And why did it date granite samples at about 6000 years old? In our article Age of the earth: 101 evidences for a young age of the earth and the universe we include the RATE results as one of those evidences (Items 59, 60, and 61).
To me, given that this date agrees with Scripture (and for other reasons), it would seem that this dating method is valid and does give true dates. The introduction to that article entitled "Can science prove the age of the earth?
A serious problem here is that all 140 crystals from the same rock unit gave statistically valid information about that rock unit.
No statistician could ever condone a method which selected one value and discarded all the other 139. They found what might have been the world’s oldest rock crystals, but unfortunately they were too old!
There has been considerable controversy over the RATE results and the underlying assumptions have been questioned.
Various RATE scientists have responded and defended the RATE work (see e.g.
When talking about this I don't say such and such an evidence proves the earth is young. "..only response that came from the chief of the division responsible for isotope dating at the Australian Nuclear Science and Technology Organization was the question, ‘Do you have a better dating method?
’ / I said ‘No’, and he appeared to be satisfied that if there are no better methods of dating, then these are good enough." Yup, and NASA launches satellites into space using a water pistol. comment, as I recall (it's a 76 page document that I couldn't memorize), RATE did do some diffusion rate testing using zircon, helium, and heated pressure/vacuum chambers, so they actually have some measures of what the real diffusion rate is.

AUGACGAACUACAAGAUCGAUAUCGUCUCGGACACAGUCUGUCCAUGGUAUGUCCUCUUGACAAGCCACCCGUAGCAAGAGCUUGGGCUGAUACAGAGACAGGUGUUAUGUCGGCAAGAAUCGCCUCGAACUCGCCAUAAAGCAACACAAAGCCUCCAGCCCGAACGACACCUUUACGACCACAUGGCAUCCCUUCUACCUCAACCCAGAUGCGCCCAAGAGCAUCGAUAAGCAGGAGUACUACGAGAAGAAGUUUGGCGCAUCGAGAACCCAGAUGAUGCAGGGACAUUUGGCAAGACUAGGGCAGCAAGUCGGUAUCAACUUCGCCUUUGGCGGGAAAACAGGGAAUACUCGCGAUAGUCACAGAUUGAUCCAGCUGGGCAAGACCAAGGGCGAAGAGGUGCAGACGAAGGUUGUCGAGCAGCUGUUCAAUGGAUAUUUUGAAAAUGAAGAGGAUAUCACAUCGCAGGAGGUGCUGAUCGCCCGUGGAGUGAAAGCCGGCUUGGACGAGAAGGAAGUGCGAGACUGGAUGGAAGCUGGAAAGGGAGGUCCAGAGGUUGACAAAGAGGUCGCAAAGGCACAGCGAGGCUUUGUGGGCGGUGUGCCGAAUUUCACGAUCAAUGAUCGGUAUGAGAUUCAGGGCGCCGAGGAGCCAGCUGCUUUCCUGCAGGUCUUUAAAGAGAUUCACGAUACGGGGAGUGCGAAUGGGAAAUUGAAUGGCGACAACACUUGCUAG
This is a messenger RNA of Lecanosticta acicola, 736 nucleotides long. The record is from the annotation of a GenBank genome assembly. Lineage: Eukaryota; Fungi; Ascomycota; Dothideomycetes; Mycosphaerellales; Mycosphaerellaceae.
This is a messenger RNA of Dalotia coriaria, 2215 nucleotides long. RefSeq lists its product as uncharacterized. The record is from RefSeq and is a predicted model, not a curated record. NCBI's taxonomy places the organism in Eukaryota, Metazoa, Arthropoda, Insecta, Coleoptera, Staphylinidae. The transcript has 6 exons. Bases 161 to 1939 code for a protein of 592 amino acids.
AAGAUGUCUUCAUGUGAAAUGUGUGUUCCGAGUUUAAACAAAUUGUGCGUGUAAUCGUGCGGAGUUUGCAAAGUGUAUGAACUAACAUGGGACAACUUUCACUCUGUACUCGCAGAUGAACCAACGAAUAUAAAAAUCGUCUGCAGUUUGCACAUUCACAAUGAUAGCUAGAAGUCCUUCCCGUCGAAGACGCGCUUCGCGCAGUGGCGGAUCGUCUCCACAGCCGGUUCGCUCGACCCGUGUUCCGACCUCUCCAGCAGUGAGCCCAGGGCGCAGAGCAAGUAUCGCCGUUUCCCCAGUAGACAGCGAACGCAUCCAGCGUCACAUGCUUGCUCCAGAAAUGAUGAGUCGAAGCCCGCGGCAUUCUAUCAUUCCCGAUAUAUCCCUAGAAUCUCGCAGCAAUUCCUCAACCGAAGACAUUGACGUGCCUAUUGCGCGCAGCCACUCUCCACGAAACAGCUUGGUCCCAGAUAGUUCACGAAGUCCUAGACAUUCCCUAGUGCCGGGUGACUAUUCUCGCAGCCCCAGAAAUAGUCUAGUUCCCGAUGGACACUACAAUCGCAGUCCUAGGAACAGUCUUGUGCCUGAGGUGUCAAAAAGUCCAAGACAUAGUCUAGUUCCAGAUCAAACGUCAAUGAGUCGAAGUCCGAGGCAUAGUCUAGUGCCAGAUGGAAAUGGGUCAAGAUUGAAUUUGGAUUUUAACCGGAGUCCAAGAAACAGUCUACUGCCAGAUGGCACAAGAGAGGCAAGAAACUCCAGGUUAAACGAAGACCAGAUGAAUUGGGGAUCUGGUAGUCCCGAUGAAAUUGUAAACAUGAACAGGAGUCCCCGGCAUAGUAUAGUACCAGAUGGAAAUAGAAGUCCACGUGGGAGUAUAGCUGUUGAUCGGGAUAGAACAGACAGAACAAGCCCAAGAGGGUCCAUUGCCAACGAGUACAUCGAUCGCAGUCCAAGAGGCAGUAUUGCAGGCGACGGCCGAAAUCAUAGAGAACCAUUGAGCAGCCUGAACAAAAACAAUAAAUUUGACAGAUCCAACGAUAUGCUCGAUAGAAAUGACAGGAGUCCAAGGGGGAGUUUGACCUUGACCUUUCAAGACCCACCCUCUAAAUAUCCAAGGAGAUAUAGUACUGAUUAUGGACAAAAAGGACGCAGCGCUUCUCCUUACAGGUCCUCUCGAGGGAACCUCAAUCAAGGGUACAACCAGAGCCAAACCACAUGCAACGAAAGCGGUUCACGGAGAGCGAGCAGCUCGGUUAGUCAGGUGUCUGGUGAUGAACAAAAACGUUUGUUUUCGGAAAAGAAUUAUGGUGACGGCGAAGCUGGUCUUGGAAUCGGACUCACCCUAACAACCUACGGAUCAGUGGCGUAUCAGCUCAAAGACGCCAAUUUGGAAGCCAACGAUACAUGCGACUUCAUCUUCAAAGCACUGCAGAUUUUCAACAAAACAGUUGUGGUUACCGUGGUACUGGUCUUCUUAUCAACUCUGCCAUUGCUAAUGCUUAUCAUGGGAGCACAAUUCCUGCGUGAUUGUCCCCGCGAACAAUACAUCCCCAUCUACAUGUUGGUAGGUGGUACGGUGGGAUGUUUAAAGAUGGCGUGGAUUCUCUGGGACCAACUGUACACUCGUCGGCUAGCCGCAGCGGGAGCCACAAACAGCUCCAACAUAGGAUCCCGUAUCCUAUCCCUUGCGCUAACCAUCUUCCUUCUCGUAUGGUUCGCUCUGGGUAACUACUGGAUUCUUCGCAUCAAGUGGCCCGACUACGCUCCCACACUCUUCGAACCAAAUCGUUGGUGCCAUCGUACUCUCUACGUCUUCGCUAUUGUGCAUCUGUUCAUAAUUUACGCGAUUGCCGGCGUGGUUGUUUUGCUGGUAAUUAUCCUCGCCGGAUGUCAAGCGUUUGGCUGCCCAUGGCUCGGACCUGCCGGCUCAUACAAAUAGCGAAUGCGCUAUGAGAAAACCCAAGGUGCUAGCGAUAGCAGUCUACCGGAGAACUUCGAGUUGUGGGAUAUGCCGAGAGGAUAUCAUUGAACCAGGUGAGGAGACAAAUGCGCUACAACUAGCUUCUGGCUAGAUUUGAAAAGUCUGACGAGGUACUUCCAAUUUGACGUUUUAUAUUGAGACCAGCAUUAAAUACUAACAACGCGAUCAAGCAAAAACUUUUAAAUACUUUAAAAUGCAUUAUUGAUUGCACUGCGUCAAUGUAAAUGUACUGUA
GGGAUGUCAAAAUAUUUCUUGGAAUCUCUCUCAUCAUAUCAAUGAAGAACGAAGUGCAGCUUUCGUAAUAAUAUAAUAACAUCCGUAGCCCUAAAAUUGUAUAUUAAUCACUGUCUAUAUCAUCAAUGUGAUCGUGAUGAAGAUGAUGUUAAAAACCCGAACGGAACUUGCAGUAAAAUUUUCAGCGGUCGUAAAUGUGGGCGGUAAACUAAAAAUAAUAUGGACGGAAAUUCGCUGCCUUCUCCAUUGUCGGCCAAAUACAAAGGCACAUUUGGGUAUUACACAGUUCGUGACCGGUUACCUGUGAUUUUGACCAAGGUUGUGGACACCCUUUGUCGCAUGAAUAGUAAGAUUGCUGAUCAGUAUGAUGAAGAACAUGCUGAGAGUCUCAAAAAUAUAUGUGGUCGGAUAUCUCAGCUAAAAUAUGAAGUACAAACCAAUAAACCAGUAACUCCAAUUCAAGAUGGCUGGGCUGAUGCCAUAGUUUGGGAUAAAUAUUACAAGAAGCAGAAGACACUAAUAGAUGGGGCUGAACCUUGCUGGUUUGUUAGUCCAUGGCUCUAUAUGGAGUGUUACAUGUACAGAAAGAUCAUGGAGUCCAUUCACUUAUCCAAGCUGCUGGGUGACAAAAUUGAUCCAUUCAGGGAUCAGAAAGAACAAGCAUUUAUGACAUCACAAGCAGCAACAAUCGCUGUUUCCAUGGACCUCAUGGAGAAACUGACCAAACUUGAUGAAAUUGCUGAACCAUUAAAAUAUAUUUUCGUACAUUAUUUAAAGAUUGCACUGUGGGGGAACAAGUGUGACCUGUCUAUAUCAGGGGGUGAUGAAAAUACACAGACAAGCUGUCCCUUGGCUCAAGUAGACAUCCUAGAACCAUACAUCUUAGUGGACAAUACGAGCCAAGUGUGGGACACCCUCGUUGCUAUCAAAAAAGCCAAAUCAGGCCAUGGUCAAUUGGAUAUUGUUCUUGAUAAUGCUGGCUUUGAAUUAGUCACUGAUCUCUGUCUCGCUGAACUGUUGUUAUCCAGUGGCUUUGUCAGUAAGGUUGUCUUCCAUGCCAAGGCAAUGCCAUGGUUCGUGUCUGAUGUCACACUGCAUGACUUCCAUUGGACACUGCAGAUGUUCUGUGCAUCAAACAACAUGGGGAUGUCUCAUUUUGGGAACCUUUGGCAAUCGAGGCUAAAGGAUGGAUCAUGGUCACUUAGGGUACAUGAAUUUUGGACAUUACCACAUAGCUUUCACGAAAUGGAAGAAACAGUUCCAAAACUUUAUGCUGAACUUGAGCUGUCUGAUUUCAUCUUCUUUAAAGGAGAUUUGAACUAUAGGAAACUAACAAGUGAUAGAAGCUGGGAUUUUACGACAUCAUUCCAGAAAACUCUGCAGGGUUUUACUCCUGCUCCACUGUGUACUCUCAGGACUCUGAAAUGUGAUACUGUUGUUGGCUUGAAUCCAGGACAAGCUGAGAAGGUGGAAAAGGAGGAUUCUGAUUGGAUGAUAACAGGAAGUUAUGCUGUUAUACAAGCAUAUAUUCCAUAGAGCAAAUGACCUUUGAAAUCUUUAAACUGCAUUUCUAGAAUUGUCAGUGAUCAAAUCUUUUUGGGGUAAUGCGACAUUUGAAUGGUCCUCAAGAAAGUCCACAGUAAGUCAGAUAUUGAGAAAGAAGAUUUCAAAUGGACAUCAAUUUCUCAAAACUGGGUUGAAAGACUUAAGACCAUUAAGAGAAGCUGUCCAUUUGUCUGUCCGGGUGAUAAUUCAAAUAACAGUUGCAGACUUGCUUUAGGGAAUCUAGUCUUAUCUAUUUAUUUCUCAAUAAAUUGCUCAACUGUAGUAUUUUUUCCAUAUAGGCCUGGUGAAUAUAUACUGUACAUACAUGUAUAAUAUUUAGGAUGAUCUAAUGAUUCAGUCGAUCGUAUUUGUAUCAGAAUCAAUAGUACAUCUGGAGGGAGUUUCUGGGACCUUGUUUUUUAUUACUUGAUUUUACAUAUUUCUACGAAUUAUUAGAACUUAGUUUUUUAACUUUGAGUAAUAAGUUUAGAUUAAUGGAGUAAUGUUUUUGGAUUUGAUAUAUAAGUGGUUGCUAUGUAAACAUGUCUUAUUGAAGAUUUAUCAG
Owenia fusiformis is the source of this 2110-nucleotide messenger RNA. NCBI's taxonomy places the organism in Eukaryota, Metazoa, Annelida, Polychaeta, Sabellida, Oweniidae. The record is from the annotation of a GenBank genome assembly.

And if we assume that, why was helium diffusion dating performed by the RATE team? As I previously said, I agree that the RATE work provides strong evidence that the earth is young.
Second, it is impossible to tell, from the isotope information alone, when the dates are right and when they are wrong.
When I presented this and similar criticisms of isotope dating to a gathering of the Lucas Heights Scientific Society (Sydney, Australia) in 1989, the only response that came from the chief of the division responsible for isotope dating at the Australian Nuclear Science and Technology Organization was the question, ‘Do you have a better dating method?
magazine has been continuously published since 1978, we are publishing some of the articles from the archives for historical interest, such as this.
For teaching and sharing purposes, readers are advised to supplement these historic articles with more up-to-date ones suggested in the Related Articles and Further Reading below. One crystal showed a U/U date of 4.3 billion years, and the authors therefore claimed it to be the oldest rock crystal yet discovered.